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PHOTO: Greg Goebel

Marketers want personalization. We know that. And the numbers back it up. In fact, 92% of B2B marketers say personalization is a must, according to an Adobe 2019 report on personalization (PDF). But 91% of senior decision makers in the same report say their companies need to improve personalization capabilities. And, according to our own research on what people search for in this arena, we found at least one search term that corroborates the difficulty of personalization: “Why is marketing personalization so hard?” 

Difficult as it can be, there are naturally multiple marketing personalization strategies brands can deploy. But it will take work. Do you have the resources to build the content it takes to provide personalization? Do you have the data, and from where is that data managed and delivered? Is one-to-one marketing personalization possible?

Those are some of the questions marketers and brands need to address as you craft your marketing personalization strategies. We caught up with some pundits who shared more tips to get you going.

Look to the DAM

The main challenge many organizations face with personalization is how to do it at scale without fear of butchering the brand, according to Byung Choi, CEO of MarcomCentral. Without proper controls, he said, brands run the risk of having rogue marketing assets created that don’t reflect the brand identity accurately. “Utilizing a digital asset management (DAM) platform that offers customization of marketing assets can help solve that issue as you can now put the power of personalization into the hands of employees or field teams, without worrying that they will create something off-brand. It’s freedom with control.”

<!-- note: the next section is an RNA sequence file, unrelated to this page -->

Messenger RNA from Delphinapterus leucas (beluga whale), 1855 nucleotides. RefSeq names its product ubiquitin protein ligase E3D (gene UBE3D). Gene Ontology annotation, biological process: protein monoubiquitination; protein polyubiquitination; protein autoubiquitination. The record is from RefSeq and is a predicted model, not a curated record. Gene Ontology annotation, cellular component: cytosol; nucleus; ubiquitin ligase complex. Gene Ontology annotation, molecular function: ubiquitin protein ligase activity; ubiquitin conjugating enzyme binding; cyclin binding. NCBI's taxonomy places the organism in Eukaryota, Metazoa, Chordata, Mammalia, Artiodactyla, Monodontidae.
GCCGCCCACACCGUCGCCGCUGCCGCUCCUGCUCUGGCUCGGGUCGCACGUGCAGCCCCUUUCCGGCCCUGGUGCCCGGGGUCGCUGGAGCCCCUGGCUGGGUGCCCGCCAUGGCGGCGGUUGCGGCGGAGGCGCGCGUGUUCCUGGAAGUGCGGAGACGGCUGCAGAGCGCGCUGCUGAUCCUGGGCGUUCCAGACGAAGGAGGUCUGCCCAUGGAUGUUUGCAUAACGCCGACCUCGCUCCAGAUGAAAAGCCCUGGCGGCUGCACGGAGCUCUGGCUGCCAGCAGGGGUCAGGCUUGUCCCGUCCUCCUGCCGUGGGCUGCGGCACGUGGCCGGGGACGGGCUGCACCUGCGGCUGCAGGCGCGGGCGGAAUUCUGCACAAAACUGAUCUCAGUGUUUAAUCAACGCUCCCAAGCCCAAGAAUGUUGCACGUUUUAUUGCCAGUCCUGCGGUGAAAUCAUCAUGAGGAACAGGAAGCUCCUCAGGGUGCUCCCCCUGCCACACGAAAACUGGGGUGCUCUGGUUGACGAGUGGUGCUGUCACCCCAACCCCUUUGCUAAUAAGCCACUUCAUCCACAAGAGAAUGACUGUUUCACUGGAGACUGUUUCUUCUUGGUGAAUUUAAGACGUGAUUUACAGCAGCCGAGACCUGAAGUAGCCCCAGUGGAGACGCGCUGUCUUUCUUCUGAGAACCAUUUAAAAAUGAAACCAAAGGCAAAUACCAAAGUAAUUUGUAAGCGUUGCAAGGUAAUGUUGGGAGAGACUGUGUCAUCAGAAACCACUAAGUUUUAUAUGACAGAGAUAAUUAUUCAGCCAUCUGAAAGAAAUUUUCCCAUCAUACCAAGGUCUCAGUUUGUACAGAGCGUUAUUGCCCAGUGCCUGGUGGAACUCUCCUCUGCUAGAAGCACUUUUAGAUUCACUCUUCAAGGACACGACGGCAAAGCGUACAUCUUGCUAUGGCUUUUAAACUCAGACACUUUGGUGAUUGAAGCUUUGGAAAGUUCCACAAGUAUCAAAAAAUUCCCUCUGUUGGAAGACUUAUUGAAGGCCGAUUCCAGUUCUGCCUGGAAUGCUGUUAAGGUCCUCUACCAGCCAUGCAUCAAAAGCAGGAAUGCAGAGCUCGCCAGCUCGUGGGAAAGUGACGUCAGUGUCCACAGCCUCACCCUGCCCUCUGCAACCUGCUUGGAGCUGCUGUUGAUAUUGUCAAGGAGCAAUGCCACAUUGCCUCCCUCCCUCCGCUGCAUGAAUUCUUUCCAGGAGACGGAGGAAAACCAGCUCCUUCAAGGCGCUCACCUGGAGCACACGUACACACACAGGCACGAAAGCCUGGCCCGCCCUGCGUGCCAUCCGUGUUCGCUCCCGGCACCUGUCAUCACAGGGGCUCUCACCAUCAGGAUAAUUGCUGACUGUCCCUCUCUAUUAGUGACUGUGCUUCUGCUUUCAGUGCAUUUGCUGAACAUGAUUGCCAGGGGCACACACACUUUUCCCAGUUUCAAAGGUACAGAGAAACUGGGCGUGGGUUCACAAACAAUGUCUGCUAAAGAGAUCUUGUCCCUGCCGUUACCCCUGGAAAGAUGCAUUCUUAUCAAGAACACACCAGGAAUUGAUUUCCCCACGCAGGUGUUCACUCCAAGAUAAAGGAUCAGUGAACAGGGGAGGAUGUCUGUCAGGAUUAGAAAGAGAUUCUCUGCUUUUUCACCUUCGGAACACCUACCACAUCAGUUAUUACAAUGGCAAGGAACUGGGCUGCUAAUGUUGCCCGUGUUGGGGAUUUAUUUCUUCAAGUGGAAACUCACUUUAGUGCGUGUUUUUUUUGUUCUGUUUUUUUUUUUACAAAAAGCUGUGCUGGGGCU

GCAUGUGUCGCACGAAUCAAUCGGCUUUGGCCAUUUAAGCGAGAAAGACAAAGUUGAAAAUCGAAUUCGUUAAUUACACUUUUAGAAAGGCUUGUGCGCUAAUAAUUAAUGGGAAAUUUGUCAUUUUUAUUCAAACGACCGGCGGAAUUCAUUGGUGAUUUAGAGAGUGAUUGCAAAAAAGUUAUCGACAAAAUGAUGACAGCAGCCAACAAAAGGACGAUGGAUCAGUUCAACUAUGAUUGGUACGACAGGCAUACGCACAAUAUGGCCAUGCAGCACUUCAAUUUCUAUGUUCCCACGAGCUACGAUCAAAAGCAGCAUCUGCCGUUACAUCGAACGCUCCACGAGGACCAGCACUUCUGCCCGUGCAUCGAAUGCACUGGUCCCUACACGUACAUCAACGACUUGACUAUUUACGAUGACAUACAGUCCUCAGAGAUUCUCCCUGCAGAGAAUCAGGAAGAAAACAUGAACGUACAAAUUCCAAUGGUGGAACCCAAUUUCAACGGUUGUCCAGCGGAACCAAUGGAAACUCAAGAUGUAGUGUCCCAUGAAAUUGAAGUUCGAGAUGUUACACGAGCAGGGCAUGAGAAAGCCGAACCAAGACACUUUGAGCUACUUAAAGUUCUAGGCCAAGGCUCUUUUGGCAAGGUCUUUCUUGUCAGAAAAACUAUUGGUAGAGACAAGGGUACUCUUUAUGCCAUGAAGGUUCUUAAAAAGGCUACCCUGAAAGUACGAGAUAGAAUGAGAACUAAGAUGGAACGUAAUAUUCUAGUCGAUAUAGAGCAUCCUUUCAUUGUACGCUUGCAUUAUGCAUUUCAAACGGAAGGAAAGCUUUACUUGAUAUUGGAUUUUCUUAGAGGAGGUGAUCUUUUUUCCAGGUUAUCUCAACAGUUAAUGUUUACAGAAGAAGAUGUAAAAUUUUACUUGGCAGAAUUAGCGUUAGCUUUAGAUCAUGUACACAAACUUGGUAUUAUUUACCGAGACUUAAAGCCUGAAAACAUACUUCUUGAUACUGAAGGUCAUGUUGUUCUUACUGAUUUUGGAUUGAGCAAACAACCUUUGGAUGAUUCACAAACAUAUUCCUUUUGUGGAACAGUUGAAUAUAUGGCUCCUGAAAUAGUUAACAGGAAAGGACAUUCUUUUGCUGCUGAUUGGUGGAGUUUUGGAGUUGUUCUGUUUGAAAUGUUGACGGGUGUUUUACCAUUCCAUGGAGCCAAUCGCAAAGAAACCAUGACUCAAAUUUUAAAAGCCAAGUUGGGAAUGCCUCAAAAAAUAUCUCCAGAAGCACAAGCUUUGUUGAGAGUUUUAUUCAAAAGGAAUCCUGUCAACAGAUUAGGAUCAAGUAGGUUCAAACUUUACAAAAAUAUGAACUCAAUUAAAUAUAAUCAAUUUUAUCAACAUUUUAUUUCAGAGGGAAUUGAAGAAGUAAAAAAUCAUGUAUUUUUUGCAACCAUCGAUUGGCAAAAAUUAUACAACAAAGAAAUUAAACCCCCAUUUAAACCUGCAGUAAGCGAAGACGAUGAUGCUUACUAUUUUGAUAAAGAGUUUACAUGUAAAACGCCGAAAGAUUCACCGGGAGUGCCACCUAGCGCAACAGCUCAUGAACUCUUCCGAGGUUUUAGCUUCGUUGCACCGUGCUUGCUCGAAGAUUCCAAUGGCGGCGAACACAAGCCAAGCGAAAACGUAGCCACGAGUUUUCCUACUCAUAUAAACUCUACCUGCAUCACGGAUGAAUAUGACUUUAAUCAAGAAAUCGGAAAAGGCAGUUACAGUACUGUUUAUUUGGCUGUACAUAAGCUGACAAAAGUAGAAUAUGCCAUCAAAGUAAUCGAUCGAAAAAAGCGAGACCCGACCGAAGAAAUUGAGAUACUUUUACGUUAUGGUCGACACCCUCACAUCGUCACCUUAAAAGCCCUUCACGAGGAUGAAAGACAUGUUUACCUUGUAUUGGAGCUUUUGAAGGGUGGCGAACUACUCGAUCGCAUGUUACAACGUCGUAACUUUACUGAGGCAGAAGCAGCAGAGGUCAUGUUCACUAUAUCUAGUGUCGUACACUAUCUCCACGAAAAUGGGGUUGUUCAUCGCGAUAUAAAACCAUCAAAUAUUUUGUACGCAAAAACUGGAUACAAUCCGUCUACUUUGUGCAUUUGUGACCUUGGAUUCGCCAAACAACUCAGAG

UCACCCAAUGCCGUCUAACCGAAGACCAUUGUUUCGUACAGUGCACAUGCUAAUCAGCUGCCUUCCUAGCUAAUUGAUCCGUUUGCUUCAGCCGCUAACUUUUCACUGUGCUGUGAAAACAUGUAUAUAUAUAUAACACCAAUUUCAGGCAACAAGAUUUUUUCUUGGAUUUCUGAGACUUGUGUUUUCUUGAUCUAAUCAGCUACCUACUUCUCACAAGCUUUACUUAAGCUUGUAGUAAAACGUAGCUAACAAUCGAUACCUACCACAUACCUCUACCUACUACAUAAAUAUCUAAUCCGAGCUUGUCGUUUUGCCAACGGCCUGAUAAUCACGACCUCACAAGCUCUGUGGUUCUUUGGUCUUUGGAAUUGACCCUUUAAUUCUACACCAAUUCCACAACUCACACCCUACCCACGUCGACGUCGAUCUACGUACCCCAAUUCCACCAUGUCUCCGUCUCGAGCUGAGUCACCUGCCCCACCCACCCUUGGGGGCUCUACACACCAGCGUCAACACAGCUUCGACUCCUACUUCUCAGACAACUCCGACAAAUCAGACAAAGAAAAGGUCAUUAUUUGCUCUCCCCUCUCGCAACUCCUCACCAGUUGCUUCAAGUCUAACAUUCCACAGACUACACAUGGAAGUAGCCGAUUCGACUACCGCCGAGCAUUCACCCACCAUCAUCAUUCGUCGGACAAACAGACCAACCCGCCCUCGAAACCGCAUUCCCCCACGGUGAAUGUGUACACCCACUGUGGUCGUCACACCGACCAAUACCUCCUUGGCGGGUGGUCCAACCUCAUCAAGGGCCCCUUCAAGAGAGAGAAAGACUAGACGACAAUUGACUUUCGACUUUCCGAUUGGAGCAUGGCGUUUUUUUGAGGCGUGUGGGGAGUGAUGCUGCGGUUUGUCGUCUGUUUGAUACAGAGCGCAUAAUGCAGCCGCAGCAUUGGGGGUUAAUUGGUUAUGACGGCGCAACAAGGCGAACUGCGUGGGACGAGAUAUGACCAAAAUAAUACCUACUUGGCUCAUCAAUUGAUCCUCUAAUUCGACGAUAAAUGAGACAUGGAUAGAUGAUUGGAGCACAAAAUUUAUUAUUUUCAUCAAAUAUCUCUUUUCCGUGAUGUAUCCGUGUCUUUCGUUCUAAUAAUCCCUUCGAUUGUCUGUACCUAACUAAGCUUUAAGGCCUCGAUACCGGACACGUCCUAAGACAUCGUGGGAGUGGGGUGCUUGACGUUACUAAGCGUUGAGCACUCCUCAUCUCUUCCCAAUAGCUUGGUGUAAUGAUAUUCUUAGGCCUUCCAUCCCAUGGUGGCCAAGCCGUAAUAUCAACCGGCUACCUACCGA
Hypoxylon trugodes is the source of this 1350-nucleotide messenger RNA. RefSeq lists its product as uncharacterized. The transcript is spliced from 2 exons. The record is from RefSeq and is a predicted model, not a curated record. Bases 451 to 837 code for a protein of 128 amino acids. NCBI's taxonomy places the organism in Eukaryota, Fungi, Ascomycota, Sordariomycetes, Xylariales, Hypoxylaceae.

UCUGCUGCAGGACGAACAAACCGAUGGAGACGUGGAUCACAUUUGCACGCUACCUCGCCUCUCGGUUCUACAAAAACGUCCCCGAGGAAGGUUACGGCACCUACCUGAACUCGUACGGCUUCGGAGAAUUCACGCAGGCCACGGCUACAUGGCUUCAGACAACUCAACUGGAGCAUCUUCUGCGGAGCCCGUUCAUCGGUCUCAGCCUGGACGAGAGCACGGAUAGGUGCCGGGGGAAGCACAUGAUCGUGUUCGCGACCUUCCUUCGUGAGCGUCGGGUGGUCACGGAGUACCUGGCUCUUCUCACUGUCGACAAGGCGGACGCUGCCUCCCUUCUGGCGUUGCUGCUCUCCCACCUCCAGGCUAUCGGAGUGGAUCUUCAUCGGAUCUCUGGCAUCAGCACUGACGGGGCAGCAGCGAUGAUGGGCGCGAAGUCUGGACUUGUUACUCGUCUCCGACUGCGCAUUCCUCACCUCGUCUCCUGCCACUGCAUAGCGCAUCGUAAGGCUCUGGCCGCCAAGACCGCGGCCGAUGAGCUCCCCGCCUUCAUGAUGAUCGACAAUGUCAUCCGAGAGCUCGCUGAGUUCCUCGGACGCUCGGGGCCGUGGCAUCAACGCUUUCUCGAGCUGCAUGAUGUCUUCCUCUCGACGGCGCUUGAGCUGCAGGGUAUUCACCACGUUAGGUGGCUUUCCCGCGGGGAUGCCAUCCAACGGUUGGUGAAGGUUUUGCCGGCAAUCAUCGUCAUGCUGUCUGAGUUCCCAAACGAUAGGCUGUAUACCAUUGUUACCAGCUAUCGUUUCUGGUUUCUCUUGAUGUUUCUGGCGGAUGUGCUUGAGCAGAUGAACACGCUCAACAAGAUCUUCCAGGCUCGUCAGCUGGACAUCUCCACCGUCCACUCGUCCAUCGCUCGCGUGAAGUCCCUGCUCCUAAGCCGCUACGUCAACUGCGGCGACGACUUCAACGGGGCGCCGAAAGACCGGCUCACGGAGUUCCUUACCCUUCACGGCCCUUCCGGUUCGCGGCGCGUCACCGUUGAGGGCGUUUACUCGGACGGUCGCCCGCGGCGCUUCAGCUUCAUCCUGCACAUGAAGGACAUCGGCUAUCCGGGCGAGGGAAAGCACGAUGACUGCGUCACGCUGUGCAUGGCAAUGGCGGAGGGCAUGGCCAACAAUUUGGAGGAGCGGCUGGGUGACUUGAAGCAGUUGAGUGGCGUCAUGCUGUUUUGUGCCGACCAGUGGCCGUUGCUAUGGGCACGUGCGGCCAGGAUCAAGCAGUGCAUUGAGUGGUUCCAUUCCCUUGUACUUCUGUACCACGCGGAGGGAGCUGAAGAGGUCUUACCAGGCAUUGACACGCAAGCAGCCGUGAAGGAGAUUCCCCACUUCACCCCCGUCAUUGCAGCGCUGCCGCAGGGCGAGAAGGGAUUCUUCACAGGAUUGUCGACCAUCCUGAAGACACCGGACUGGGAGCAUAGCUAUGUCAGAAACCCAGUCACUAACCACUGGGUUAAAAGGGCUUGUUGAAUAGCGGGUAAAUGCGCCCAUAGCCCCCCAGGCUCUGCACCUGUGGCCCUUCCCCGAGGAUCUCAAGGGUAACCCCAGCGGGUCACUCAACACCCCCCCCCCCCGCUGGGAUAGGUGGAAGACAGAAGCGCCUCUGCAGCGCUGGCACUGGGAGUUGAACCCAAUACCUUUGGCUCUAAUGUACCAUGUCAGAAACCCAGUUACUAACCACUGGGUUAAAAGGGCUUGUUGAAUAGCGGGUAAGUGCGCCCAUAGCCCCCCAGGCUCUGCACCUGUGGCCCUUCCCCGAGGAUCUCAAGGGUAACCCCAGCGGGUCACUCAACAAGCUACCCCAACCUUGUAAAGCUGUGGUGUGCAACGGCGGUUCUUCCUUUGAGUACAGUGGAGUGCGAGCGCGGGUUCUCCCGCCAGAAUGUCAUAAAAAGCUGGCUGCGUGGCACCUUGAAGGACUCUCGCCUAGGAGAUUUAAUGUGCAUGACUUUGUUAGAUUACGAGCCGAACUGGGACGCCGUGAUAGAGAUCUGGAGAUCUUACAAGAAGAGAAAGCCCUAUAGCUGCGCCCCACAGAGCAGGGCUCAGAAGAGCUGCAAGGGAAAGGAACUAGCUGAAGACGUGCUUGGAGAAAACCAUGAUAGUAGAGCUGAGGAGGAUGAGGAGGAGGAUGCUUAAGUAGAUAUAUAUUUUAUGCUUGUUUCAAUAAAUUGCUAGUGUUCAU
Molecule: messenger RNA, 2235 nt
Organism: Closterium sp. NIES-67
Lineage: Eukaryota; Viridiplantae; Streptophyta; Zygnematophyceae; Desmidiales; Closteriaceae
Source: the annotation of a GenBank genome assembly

This marketing personalization framework takes the burden off marketing teams to create thousands of pieces of collateral and turns it into a self-service model to serve the needs of organizations’ internal customers, according to Choi.

Related Article: True Marketing Personalization Takes Talent, Technology and Empathy

Content That’s Purposeful, Relevant

Google's most recent core update, focuses on improving its algorithm to better reward quality site content, according to Sam Parsonson, digital PR specialist for marketing agency seoplus+. “Instead of merely recognizing content being produced as a whole,” Parsonson said, “it's putting an emphasis on what your site is providing for its users. It's no longer just about getting your name out there, it's about ensuring your brand has a purpose and is relevant… Delivering irrelevant content has the power to hurt your brand's reputation more than ever, due to the demand for relevancy from users today.”

Meeting Prospects at Email

Sometimes it’s good to remember the basic digital touchpoints. Cassy Aite, CEO and co-founder at Hoppier, said one of the best personalization strategies his company has is its email strategy. Simply put, it segments its email subscribers immediately at signup. “When they come to our website and fill in a form to leave their email, we let them tick off the categories that they are interested in,” he said. “That way, they only get relevant content that they are truly interested in.”